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Hi Fi vs HT, Bass Management, and Compromises...


Active Member
Forum Donor
Mar 25, 2021
So I"m getting into Hi Fi. I started with headphone upgrades, going from basic headphones and a phone to Sundaras and a JDS Atom setup. The difference was noteworthy. Now I'm taking a look at my HT system and trying to decide where to go next. I have a beginner (Andrew Jones) stuff 5.2 system. It works great for movies and video games, but is a little lacking for music. I'm trying to decide where to go from here, but it looks like I'll have to make compromises one way or the other.

It looks like the core of a good Hi Fi system are it's speakers. So to hit that Hi Fi level I think I'm roughly looking at $2K+ in speakers. I could power them with my current, budget 7.2 channel receiver, but as we've seen here on ASR AVR's don't tend to have the best AMP and DAC performance for musical fidelity. What I would like to do is have the best sound possible for music, movies, and games, but with the emphasis on music.

One option would be to simply buy Hi Fi speakers and plug them into my AVR setup. I wouldn't get the most out of them, but they would still be an improvement. In that scenario the weak link would be the distortion coming from the AVR's DAC and AMP and maybe a lack of power also. Another option would be to use the AVR's preouts to hook up a better amp. That would give my fronts the power they need, but I'd still be using the DAC in the AVR. A third option would be to get a stereo DAC, like that used for headphones (ex. SMLS SU-9), which are inexpensive and offer great fidelity and just ditching surround sound. I wouldn't mind that. I could use the optical out on the TV to hook up the DAC and just do stereo. The thing that I worry about, though, is that I would have to use an RCA splitter to hook up my subs. I could use the passive crossover in the subs to stop them from playing frequencies above 80Hz, but my speakers would still be getting everything from the DAC, so they may be playing lower frequencies than they optimally can, since none of the low cost, but audibly transparent DACs I know of have bass management like an AVR does. I also wouldn't have room correction anymore either.

It's too bad there isn't a low cost, but good DAC a la SMLS SU-9 that includes bass management/crossovers, sub outs, and maybe room correction. I can see why lots of people just have a stereo setup, without a TV. It looks to be hard or very expensive to maximize Hi Fi with HT. Buying "separates," like a good preamp and a power amp costs thousands and I can't imagine spending more on the electronics than the speakers. It seems counterintuitive. It's just so much easier to reach high fidelity with headphones I can see why they're so popular.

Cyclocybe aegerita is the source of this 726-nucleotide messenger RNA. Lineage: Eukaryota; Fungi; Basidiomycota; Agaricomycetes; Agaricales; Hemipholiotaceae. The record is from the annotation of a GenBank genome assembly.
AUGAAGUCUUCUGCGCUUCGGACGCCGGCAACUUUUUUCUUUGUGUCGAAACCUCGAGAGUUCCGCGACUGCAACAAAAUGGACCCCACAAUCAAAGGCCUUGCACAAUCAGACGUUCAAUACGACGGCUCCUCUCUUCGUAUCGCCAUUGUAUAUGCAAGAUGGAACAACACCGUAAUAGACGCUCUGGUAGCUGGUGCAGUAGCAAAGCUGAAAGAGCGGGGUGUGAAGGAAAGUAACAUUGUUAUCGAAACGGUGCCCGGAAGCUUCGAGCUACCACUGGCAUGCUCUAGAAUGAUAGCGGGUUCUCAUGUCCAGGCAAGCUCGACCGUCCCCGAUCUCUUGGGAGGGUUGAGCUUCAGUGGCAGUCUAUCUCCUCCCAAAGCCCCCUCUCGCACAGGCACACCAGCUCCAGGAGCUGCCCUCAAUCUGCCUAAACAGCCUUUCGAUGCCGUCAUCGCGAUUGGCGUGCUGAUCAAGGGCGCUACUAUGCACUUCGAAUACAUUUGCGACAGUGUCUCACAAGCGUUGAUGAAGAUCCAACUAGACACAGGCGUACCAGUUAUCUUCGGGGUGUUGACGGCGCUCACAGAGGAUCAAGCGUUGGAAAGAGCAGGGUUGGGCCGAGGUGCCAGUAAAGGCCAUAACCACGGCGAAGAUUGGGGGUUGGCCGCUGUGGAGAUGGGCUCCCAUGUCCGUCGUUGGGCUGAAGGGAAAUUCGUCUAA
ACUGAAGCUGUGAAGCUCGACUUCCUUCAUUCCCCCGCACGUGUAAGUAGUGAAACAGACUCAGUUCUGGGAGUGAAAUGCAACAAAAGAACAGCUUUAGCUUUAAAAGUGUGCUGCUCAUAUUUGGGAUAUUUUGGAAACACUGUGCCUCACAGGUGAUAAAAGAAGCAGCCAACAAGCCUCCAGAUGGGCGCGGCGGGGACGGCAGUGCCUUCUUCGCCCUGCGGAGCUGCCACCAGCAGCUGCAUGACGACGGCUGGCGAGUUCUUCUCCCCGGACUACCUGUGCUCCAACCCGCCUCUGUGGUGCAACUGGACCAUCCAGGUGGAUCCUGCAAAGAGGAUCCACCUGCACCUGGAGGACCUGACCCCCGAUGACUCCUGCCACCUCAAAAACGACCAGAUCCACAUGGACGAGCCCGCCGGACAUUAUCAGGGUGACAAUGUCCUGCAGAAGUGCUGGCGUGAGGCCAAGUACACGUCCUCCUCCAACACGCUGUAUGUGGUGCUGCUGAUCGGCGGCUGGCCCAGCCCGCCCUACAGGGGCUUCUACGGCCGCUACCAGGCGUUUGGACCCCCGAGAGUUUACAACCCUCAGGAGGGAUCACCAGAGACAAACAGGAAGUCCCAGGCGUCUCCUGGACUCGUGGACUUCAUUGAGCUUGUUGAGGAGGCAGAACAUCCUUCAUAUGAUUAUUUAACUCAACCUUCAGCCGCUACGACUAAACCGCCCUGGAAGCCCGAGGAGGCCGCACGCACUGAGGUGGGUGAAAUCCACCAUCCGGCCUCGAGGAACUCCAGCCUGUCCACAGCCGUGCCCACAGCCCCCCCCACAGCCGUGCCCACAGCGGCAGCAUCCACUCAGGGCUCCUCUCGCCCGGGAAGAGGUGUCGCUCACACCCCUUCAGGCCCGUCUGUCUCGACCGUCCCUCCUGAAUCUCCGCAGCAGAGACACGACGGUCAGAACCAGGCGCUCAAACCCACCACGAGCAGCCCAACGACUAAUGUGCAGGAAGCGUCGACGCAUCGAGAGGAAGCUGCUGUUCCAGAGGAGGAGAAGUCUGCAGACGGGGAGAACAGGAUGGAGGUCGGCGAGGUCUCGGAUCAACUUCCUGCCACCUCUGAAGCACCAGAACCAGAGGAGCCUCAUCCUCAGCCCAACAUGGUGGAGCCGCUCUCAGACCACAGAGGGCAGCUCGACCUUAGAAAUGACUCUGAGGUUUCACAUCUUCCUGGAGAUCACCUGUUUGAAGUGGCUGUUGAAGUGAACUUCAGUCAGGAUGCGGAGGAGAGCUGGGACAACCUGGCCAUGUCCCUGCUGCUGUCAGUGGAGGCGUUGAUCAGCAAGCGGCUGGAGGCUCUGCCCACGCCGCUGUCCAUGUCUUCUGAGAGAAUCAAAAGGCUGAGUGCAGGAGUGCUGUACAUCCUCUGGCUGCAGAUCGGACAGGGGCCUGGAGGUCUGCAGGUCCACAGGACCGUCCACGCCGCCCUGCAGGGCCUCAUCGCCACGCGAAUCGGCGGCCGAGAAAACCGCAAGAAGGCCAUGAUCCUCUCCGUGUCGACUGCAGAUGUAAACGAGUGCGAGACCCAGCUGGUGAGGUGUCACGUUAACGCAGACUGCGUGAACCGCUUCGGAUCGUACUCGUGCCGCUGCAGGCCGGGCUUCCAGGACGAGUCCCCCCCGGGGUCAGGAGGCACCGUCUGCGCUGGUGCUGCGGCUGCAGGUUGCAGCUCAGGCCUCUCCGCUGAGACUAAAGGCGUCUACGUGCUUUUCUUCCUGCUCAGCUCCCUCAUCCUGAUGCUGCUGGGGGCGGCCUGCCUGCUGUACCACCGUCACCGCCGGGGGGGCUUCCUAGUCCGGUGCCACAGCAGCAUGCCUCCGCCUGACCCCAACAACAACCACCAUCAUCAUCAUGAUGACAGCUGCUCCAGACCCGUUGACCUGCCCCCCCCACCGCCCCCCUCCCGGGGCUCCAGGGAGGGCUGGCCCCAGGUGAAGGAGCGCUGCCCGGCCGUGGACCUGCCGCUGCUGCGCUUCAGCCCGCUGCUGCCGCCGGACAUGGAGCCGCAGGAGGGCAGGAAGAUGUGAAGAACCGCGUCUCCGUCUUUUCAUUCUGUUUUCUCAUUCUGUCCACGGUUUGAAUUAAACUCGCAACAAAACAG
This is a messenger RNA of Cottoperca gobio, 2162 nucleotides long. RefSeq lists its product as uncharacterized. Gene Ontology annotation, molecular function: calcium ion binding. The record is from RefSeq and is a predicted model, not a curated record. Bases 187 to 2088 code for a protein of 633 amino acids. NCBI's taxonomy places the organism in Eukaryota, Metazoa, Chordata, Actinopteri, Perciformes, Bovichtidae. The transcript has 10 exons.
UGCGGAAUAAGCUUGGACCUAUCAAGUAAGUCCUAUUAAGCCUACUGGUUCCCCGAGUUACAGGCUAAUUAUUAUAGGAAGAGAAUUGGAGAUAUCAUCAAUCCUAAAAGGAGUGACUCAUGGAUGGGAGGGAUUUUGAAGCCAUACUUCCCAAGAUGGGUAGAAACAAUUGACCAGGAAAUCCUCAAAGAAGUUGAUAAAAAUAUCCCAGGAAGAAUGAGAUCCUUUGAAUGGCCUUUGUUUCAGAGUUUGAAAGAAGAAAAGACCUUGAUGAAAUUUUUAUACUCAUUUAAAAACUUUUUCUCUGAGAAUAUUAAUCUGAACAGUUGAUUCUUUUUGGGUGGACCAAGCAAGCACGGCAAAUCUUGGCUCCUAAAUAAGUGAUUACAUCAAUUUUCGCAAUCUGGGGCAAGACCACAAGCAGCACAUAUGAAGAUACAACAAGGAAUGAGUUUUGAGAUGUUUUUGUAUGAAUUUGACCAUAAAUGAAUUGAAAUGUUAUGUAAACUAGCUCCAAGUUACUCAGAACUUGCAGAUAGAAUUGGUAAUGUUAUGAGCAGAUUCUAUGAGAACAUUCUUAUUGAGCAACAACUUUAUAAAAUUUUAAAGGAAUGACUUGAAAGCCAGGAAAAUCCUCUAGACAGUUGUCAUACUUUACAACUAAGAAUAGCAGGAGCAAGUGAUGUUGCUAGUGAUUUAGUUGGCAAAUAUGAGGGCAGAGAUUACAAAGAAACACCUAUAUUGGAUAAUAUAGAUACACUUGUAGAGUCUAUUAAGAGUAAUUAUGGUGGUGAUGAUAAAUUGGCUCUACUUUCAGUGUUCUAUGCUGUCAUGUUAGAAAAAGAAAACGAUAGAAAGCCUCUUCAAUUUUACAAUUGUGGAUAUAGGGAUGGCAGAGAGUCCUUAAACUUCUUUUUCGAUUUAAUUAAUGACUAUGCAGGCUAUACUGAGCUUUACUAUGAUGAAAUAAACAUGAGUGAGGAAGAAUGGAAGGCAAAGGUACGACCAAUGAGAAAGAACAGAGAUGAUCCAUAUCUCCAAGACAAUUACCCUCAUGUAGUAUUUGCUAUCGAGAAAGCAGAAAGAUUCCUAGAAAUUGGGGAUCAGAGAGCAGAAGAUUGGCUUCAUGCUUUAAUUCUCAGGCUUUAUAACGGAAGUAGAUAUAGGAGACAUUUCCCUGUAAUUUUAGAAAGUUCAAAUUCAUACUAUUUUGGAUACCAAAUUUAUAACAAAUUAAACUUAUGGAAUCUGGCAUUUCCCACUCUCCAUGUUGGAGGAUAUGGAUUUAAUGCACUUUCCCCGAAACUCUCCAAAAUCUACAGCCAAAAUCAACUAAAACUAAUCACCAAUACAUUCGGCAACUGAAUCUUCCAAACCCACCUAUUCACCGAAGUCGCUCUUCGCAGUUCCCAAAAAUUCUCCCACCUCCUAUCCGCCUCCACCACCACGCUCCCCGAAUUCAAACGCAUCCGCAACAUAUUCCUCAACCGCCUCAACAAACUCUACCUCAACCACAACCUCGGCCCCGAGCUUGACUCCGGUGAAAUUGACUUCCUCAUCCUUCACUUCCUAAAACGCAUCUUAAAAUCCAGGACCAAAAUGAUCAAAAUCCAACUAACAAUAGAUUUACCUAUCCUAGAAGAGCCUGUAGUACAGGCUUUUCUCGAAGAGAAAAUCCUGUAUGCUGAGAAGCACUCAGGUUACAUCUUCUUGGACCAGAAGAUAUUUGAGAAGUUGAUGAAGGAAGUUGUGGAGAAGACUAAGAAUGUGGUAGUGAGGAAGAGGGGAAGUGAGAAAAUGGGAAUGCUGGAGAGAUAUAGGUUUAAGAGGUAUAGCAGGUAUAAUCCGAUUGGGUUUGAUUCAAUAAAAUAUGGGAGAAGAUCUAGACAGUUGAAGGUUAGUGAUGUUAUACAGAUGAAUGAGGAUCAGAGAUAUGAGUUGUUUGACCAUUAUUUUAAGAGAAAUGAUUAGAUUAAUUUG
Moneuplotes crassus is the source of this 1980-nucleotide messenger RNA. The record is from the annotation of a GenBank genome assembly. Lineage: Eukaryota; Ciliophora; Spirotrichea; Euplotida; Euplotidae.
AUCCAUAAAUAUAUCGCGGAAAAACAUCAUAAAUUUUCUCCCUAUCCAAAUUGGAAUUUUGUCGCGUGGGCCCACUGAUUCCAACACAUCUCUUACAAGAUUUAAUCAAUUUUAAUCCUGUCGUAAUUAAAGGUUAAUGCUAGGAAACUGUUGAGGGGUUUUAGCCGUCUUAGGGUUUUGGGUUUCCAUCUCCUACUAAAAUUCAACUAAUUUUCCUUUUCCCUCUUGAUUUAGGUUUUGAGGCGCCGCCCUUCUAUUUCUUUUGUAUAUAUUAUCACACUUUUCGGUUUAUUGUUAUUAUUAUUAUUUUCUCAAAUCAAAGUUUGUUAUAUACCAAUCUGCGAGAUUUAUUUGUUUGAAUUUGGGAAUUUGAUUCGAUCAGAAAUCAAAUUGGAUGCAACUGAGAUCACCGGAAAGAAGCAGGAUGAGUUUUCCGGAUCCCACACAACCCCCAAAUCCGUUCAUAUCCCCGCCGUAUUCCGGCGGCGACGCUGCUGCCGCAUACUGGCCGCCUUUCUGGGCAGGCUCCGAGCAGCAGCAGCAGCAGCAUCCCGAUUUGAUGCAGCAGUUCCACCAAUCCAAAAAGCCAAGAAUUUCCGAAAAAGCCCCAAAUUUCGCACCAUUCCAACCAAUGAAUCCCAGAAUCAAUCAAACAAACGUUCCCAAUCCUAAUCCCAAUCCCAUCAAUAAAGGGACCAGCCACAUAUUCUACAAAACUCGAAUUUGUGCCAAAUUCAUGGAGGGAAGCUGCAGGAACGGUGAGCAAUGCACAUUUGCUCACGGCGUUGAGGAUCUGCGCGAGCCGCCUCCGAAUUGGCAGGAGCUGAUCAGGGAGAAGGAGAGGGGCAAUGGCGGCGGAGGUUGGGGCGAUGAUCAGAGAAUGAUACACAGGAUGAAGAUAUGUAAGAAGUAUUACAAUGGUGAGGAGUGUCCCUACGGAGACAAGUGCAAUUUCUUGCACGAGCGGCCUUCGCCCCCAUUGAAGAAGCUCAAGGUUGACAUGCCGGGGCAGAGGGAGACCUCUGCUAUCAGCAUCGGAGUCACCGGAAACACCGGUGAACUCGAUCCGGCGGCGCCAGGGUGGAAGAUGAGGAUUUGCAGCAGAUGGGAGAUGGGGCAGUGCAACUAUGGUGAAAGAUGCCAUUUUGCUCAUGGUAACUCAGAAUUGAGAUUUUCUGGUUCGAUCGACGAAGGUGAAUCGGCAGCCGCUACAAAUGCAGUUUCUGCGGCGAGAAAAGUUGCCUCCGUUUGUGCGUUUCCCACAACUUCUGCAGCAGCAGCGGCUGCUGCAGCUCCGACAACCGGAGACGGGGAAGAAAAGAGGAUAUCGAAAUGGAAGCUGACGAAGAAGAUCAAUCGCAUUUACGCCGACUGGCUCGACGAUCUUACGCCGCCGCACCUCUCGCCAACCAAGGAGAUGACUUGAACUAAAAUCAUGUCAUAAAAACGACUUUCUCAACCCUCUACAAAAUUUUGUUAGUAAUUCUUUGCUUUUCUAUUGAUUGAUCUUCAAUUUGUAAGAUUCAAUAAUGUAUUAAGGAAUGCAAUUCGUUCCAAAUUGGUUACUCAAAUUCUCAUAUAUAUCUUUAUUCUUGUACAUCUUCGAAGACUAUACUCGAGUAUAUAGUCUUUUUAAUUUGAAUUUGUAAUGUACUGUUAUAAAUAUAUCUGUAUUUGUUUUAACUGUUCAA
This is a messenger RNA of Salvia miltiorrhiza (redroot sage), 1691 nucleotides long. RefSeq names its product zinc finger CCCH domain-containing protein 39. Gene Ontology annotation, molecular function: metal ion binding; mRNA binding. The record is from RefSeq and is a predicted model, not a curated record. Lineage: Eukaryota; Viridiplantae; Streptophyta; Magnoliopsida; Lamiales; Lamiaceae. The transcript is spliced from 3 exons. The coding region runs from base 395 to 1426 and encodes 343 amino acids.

Any suggestions?

How much performance can I expect to lose if I use a cheap AVR (mfg rates them at 100watts x 2 channels @ 8 ohms) with high quality tower speakers (something like 8 ohms and 90 to 92 sensitivity?)

Deleted member 28849

IMO if you stay with 8 ohm speakers you won't have a problem with an AVR amp. The problem comes when you have a speaker that dips down to 4 ohms. An AVR then has to have high current capability which some of them do but even then it will not drive these type of speakers properly like a high current power amp.

Now an AVR IMO is going to be mid-fi, but mid-fi can sound pretty darn good (which could cost thousands of dollars to better). I inserted a external dac before the AVR, analog outs to AVR analog ins with significant improvement in sound quality output. I'm also not a proponent of good speakers first, evening budget speaker can sound pretty good when upstream equipment is good. Only after you have reached the limits of what you can do to improve upstream equipment would I upgrade to better speakers. For me getting the best out of upstream equipment is to have a good source and there are a few really good affordable digital players or computer media players, just have to find one.

Another thing you can try if you don't mind giving up your AVR's 5.1 surrounds. Using the AVR speaker outs (preferably balanced outs) to a Yamaha MG-10 mixer, then you can adjust the Line level, Gain, treble, mids, bass. Then route mixer outs to an external amp and amps to speakers. Now the Yamaha mixer is capable of being a pre-amp on its own. In my setup however its output is much better if you have a pre-amp such as an AVR before it. Beware though you have to be extremely careful using mixer as even small adjustments can make a big impact on sound and damage speakers. So play around with it first to learn how it works, I spent 2 weeks learning how it works before I was set to record.


Senior Member
Feb 19, 2021
The speaker quality is an easily audible bottleneck, same with the room acoustics.

A mediocre receiver is easily hidden behind these factors. You can spend thousands of dollars on speakers, subwoofers, and room treatment before you would ever notice a bad receiver.

However, there are several options for good receivers, such as the Denon X3700H at $1200. 11 channel processing, drives 4 Ohm loads with zero issue, and has a good amp+DAC section.
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